‘Twas lovely to hear ’em. But they spoke so fast and so gutteral that it was Greek to us, you see. They never left us get under the kernel of it at all. But then we learned Irish … Johnny Maher got too old then, you see, and he retired and a man by the name of Marcus Dowling came and he was from East Clare. He hadn’t a focal. But when it became compulsory to have Irish in the curriculum he done a crash course like all them teachers. But he was no bloody good at it, you know.

He done his beet, like, but ’twas all book Irish. He had no blas or anything, like. We learned a good lot of Irish songs. He was a musical man, he used to play the fiddle a bit and sing and he had good things … but …Anybody that was good at the Irish and anybody that he felt would be a candidate for college or anything he put them in a special desk and then the others didn’t get much … he didn’t put much heed on the others. And down along at the end of the school they couldn’t read or write at all* at all. Never did. They used to call it “The Rowdies Corner”. The Strand lads was there and they were wild I know. Some of them didn’t bother much about learning at all. No matter how you’d hammer it in to them it was no good to them anyway.  Twas great sport.

Our schooldays they were good and they were bad like everybody else’s schooldays. My father used to keep me inside (out of school?) for a month. I was the eldest boy of the family. I was the fourth of the family but I was the eldest of the boys anyway. Of course my older brother died when he was very young. He was older than me but I call him “my small brother”. It’s complicated there but you won’t need that part of the information anyway.

He (Dowling) was very devoted to us, mind you, in his own way. And do you know what he done? He brought us back (after class) for two or three winters to study algebra and Euclid and mensuration and all them kind of things. And we all went to school from about the first of November till about the first of February. And we had great times; football matches and … We was big fellas that time and he was delighted with us and we learned an awful lot. And I knew very well that I could make the grade that time ’cause I’d an interest in it and my brain was more developed when I was young. Ah, but it didn’t happen. My father had no ambitions for puttin’ me away (through higher education?) and so I stayed the way I was.”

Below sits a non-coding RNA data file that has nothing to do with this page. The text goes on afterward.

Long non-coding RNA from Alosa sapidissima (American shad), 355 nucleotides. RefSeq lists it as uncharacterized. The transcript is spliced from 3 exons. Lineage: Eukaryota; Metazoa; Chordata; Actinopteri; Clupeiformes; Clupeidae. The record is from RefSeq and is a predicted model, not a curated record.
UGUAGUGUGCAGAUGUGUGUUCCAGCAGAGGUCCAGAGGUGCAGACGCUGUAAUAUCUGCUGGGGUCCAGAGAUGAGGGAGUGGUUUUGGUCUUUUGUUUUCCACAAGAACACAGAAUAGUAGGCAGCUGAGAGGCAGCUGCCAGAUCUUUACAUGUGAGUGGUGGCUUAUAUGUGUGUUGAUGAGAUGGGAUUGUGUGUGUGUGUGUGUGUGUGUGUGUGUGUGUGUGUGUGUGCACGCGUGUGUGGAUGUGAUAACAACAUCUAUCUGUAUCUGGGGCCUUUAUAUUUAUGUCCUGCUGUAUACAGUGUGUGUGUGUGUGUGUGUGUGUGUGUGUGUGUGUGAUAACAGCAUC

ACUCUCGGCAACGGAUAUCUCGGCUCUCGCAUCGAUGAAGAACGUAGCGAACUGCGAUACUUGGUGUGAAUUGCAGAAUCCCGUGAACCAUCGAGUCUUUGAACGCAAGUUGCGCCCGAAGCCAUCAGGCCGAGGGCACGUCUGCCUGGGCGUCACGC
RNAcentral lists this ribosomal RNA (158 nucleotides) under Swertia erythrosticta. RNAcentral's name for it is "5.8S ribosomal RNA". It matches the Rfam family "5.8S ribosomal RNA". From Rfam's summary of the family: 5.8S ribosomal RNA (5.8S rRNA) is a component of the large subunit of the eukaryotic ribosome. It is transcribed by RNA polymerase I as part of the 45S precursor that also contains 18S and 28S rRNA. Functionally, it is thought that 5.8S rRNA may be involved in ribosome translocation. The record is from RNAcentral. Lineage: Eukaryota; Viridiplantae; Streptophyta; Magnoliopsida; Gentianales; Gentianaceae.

Location: John Kelly Senior’s house, Capel Street in Dublin.

Credit: John Kelly Junior interview with his father, 1979.


Music in his early years - Learning the concertina from his uncle Tom

Details: Philip King interview John Kelly. Producer: Julian Vignoles. Location: The Four Seasons Pub, Bolton Street, Dublin. Date: 17th February 1984.

Credit:  ‘The Green Groves’ radio programme, RTÉ Radio 2. Repeated by Peter Browne on his show ‘The Turning Wave’.


John talking about his Mother & Grandmother & then playing Elizabeth Kelly’s Delight

Details: John Kelly talking about his Mother and Grandmother. Location: Miltown Malbay, Co. Clare. Date: 1974. Collector: Séamus MacMathúna.

Credit: © Comhaltas Ceoltóirí Éireann. Séamus MacMathúna Sound Collection Link.

Life & Family in Clare Musical Context

Early life